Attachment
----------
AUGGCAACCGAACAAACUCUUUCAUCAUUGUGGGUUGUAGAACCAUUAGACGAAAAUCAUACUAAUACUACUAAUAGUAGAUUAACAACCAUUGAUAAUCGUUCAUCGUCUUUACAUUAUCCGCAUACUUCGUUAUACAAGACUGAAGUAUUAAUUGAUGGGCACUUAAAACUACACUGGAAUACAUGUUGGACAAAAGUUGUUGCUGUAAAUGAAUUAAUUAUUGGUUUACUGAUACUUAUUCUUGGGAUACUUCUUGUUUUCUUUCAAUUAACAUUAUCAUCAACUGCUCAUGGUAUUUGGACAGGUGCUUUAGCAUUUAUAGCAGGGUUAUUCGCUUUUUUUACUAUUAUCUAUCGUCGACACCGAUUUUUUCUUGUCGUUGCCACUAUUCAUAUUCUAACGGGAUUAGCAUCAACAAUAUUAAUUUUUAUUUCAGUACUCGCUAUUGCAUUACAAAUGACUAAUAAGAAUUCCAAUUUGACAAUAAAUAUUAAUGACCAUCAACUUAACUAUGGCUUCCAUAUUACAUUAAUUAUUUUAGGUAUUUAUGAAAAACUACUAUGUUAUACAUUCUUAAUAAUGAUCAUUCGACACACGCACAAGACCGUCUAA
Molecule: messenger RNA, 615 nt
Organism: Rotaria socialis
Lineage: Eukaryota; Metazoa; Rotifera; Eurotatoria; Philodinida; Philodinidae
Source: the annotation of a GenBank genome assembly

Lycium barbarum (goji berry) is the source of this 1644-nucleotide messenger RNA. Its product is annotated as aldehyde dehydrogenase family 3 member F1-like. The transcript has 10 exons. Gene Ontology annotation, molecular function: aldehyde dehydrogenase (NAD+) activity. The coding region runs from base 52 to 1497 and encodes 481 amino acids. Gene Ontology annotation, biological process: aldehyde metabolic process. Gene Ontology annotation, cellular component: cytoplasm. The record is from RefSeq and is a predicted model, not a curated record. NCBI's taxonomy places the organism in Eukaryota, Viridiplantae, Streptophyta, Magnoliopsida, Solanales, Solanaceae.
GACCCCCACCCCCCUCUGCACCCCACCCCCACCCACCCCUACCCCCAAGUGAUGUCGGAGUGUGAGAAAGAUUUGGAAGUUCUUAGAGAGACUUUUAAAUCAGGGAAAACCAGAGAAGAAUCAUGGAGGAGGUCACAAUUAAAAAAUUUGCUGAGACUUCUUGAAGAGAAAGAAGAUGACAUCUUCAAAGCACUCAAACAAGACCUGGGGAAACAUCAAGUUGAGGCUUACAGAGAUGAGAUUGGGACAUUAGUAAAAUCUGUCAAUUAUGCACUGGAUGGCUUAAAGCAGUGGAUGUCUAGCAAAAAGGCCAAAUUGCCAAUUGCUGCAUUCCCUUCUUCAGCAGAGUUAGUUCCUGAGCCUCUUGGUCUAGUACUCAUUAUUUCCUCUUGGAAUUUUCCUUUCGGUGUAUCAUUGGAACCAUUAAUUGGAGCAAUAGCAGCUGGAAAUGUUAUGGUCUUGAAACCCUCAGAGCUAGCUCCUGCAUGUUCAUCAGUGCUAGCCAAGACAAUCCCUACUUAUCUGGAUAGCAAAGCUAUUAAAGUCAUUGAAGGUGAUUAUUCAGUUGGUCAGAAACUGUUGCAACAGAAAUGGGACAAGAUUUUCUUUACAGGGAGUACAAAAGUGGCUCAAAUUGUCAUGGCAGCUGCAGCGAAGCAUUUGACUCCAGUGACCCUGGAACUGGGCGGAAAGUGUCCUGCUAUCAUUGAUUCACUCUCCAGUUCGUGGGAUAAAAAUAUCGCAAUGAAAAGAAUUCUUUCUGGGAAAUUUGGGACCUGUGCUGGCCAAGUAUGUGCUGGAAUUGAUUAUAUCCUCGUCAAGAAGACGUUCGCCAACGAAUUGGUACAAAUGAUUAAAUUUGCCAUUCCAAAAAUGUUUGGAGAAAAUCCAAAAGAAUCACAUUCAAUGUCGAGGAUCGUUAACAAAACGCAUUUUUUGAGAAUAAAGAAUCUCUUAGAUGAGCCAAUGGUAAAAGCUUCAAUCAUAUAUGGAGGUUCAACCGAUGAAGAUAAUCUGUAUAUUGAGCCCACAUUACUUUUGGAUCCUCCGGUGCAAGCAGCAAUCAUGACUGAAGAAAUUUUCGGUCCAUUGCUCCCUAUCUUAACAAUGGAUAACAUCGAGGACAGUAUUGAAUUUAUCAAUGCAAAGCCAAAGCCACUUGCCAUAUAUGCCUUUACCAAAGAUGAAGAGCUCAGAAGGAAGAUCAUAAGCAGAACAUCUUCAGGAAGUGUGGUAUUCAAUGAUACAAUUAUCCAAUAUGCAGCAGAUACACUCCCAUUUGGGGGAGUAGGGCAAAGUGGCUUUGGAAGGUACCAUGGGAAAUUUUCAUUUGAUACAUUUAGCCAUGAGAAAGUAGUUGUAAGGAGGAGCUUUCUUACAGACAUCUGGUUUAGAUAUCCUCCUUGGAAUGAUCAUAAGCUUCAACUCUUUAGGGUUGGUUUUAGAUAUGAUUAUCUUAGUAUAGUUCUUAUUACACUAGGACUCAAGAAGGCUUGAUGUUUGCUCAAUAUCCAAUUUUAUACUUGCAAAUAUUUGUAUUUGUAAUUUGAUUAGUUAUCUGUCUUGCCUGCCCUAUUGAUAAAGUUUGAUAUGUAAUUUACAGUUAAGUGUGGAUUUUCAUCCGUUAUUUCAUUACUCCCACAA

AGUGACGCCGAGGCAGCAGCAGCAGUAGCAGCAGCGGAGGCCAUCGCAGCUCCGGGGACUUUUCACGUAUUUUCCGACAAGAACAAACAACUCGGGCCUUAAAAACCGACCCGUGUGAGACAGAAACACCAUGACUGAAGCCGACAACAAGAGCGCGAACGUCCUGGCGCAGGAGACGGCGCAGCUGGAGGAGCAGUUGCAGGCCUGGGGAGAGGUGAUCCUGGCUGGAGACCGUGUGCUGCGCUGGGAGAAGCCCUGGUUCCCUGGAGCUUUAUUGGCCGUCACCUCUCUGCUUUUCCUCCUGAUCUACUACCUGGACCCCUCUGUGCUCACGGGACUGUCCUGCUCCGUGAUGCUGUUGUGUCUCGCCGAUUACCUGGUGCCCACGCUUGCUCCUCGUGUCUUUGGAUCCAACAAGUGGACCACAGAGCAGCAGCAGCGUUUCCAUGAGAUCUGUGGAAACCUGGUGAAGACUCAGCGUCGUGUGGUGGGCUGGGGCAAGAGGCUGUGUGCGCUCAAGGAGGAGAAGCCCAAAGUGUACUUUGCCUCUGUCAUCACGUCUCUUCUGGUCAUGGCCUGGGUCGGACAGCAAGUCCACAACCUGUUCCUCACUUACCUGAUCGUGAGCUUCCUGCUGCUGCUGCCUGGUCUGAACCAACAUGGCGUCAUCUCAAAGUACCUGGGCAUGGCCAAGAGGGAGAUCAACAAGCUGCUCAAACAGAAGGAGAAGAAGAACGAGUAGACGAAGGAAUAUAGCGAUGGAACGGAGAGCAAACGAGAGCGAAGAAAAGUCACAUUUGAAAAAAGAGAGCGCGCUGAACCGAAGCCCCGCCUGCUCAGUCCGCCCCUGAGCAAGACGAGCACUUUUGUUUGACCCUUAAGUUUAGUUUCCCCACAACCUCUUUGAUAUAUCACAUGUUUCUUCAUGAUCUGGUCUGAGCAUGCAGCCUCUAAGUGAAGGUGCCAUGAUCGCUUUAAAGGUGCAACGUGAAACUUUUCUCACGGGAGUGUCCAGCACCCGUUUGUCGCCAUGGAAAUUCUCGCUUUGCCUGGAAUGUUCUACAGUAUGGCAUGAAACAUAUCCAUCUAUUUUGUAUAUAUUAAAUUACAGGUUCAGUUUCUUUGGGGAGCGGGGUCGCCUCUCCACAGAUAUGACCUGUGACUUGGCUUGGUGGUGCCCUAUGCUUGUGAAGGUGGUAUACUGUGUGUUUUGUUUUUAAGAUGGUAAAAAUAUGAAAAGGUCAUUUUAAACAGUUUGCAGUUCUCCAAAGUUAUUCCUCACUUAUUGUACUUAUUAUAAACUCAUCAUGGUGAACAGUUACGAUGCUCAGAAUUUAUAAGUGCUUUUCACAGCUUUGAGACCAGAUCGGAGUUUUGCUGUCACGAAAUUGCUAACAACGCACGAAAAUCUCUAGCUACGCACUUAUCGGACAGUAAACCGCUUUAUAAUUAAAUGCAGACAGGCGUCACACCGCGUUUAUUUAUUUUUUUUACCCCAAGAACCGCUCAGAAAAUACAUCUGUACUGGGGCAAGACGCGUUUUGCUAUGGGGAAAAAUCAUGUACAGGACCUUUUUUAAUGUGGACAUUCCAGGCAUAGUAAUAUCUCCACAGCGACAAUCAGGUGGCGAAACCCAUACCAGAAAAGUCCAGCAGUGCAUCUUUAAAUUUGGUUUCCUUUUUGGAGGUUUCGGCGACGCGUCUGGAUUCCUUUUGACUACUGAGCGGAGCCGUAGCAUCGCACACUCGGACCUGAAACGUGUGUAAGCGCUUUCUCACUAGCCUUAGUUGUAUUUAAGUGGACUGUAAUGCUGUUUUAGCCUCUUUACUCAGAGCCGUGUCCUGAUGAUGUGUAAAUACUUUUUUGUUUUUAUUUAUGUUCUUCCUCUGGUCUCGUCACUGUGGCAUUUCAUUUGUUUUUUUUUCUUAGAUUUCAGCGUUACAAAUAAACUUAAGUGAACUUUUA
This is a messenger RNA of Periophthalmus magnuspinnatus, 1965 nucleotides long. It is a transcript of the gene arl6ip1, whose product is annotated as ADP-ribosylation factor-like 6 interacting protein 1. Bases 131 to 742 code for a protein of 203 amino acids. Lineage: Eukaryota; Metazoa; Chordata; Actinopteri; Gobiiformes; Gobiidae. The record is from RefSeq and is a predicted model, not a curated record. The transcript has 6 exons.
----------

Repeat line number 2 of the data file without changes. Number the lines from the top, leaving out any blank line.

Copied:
Molecule: messenger RNA, 615 nt